Secret court ruling puts Obama's NSA crack-down in motion

By on February 7, 2014, 4:30 PM
nsa, president obama, foreign intelligence surveillance court, reform

A secret ruling made by the Foreign Intelligence Surveillance Court has now approved the two measures, both of which are directly tied to how the NSA can access the massive database of metadata it has accumulated. The first should potentially see the NSA require court approval on the basis of reasonable suspicion that the investigation is in some way connected to a known terrorist organization before accessing the data. The other is based on the degrees of separation or "hops" in which an NSA investigation can run. Previously, the agency was legally allowed to gather information on individuals within 3 degrees of separation of a target, that number now drops to 2.

Of the suggestions and proposals from Obama's speech, these appear to be the most obvious, much of the other changes are more long term and will require approval periods and Congressional involvement. When the President announced the latest NSA reforms last month, he also proposed that a third party take control of the massive collection of metadata, but until that happens the government will retain the database.

Much of the details of the latest FISA court ruling are secret, but it did order the government to determine whether or not the motion can be released to the public (along with previous rulings) by February 17.




User Comments: 6

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1 person liked this | cliffordcooley cliffordcooley, TechSpot Paladin, said:

I still call BS to this whole "Obama announces NSA Reform". Just another crowd control attempt to silence everyone. As much as I hate to way it might work, I highly doubt anything will change.

The other is based on the degrees of separation or "hops" in which an NSA investigation can run. Previously, the agency was legally allowed to gather information on individuals within 3 degrees of separation of a target, that number now drops to 2.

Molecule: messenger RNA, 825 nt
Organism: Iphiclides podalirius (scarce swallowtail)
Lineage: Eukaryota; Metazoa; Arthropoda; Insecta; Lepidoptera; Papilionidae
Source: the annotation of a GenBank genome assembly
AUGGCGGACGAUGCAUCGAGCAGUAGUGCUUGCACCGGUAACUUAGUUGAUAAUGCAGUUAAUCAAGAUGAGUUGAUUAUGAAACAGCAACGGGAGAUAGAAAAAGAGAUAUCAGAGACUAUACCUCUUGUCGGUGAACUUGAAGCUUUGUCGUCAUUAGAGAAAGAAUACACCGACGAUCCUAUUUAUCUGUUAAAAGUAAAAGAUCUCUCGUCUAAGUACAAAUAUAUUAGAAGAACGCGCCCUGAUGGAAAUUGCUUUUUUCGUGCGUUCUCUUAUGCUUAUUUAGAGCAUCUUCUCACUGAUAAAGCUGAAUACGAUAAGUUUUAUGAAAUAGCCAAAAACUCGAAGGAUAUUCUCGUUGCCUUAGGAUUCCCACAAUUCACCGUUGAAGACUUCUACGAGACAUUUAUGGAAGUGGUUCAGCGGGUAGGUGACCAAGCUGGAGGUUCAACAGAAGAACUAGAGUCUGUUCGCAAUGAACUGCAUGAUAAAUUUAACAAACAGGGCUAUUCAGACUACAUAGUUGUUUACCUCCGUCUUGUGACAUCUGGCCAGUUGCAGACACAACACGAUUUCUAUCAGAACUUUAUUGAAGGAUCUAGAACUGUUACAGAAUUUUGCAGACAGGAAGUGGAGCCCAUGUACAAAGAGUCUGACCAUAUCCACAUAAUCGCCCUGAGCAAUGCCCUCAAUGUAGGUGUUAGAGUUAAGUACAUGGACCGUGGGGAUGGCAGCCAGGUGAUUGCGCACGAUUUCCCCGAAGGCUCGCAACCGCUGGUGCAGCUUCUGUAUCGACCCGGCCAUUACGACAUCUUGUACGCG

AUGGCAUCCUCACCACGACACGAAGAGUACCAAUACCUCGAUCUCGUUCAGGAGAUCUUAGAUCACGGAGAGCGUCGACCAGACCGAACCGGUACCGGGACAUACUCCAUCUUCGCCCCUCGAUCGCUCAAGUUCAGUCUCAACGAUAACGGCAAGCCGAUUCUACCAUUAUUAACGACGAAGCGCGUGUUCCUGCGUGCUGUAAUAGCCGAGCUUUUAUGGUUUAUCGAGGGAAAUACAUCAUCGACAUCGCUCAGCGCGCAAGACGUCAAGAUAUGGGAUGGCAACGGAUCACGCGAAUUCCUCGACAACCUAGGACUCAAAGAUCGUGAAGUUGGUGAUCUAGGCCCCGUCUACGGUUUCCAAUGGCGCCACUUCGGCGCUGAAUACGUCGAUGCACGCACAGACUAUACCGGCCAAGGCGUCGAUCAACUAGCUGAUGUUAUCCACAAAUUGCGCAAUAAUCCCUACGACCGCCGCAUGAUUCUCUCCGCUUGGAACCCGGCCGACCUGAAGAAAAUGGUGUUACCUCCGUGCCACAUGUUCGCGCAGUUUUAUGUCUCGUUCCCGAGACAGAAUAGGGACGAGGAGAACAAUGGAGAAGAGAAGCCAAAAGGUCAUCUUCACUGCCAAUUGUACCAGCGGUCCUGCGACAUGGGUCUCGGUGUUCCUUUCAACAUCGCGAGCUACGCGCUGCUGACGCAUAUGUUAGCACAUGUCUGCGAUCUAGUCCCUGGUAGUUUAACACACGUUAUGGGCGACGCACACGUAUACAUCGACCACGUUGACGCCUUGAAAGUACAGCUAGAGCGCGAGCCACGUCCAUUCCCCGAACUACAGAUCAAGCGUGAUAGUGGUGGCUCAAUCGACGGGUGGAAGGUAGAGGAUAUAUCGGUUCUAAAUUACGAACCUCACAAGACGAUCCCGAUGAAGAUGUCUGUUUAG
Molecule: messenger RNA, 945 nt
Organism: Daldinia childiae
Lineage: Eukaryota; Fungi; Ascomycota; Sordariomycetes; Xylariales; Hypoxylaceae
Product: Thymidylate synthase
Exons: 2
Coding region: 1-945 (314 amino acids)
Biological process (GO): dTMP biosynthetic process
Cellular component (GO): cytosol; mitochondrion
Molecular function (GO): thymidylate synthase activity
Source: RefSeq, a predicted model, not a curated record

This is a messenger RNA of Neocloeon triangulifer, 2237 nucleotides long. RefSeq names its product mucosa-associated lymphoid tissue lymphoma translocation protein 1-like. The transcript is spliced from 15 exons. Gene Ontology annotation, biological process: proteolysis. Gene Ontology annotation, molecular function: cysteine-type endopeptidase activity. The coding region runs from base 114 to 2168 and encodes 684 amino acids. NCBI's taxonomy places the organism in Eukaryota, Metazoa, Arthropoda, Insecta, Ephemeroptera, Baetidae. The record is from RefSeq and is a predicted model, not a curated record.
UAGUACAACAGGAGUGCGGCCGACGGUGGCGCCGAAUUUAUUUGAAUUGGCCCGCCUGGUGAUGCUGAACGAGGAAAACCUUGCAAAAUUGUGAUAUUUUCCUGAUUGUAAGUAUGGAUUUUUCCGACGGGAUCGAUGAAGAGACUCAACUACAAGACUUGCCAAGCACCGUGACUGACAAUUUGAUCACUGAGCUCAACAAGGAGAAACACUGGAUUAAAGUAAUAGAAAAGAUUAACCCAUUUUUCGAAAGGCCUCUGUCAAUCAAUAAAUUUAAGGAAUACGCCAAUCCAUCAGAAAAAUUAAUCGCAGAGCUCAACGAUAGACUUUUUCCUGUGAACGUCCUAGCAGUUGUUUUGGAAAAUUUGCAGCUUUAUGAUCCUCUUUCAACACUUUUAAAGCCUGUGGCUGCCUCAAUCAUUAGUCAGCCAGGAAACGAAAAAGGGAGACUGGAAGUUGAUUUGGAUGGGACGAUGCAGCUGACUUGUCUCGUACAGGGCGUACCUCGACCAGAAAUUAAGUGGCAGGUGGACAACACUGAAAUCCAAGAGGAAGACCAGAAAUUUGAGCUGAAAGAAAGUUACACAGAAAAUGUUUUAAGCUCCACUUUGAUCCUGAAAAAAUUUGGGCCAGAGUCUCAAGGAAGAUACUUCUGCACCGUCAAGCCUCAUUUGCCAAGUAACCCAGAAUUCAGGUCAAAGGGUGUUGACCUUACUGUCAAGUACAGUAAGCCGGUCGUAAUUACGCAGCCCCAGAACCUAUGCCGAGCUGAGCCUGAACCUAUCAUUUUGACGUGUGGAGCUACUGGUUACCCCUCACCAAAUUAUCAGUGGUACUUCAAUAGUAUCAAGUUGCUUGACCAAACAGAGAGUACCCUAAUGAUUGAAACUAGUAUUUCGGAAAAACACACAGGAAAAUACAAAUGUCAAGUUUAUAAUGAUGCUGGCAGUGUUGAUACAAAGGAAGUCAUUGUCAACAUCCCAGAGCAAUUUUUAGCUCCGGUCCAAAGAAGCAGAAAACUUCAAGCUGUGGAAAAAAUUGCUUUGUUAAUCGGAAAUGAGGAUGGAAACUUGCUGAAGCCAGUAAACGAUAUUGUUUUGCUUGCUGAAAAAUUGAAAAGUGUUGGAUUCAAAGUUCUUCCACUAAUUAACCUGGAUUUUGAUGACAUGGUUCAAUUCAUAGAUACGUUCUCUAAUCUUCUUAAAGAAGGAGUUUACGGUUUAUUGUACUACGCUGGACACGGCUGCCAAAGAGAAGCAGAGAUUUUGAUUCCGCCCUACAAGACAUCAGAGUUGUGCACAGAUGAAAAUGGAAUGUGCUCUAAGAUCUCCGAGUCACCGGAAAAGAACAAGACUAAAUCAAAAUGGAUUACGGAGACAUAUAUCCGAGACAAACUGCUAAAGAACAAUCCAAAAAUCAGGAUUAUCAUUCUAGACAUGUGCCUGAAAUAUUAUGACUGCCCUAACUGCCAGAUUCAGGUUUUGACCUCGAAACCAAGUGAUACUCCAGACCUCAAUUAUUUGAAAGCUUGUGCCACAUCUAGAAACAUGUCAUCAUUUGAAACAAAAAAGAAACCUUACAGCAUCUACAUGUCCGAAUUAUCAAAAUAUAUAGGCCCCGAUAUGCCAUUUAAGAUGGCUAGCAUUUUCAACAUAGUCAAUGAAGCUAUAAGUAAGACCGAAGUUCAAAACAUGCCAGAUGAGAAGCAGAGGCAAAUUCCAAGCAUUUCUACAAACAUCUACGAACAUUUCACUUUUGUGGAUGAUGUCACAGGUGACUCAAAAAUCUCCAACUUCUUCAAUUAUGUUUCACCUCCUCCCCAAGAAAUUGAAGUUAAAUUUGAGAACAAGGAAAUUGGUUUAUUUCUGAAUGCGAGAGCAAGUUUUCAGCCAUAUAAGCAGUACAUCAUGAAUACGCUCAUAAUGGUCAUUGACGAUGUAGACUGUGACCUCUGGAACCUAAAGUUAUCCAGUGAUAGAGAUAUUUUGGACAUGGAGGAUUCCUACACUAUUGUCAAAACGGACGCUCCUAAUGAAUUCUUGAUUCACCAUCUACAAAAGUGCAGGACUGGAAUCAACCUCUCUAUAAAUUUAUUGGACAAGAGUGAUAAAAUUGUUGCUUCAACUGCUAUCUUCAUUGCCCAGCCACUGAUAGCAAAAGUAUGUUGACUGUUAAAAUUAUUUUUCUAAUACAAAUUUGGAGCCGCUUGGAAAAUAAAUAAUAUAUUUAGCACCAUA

What exactly does this mean? Still looks like a giant loophole to me.
When the President announced the latest NSA reforms last month, he also proposed that a third party take control of the massive collection of metadata, but until that happens the government will retain the database.
Which party would that be? Google? :rollseyes:

1 person liked this | Nima304 said:

I agree with Cliffordcooley, these "reforms" mean little. They deal mostly with how the NSA is able to interact with the information it obtains, but doesn't stop the root problem of mass surveillance of people within our borders or abroad.

1 person liked this | Guest said:

A ruling from a secret court, I feel freer already.

1 person liked this | WithoutAnyMilk WithoutAnyMilk said:

When the President announced the latest NSA reforms last month, he also proposed that a third party take control of the massive collection of metadata, but until that happens the government will retain the database.

All this means is a contractor will take over the database, and all employees will still have to obtain Secret level government clearance just to enter the building(s) where operations are performed, and only certain people will be granted access to the higher levels. Furthermore, if it is a private corporation contracted to the government that is running this, the corporation will just freely hand over the information upon all official requests, per the contract. There would be NO change here. This is just PR (read: propaganda) for the disorganized, easily-appeased and generally apathetic masses.

Think I'm wrong? Look into what General Dynamics, a private corporation, does for the US government - specifically the DOD, the DOJ, and (*shudder*) the DHS. They supply the call centers for Obamacare and, amongst many other things, they scour the internet for political dissidents that speak critically or in poor regard of their government. I guess I'm screwed either way.

1 person liked this | cliffordcooley cliffordcooley, TechSpot Paladin, said:

I guess I'm screwed either way.
I'm probably in that boat with you.

That is right, I'm smiling about it! I don't want to be found guilty of not caring enough to complain. I may not know what I'm complaining about, but I will not be the one to sit back and ignore everything as if it doesn't effect me.

fimbles fimbles said:

Degrees of separation down to 2 you say.

Googles " bacon number" shows how flawed this is. Im guessing the NSA will use "human" and "male or female" as a valid hop.

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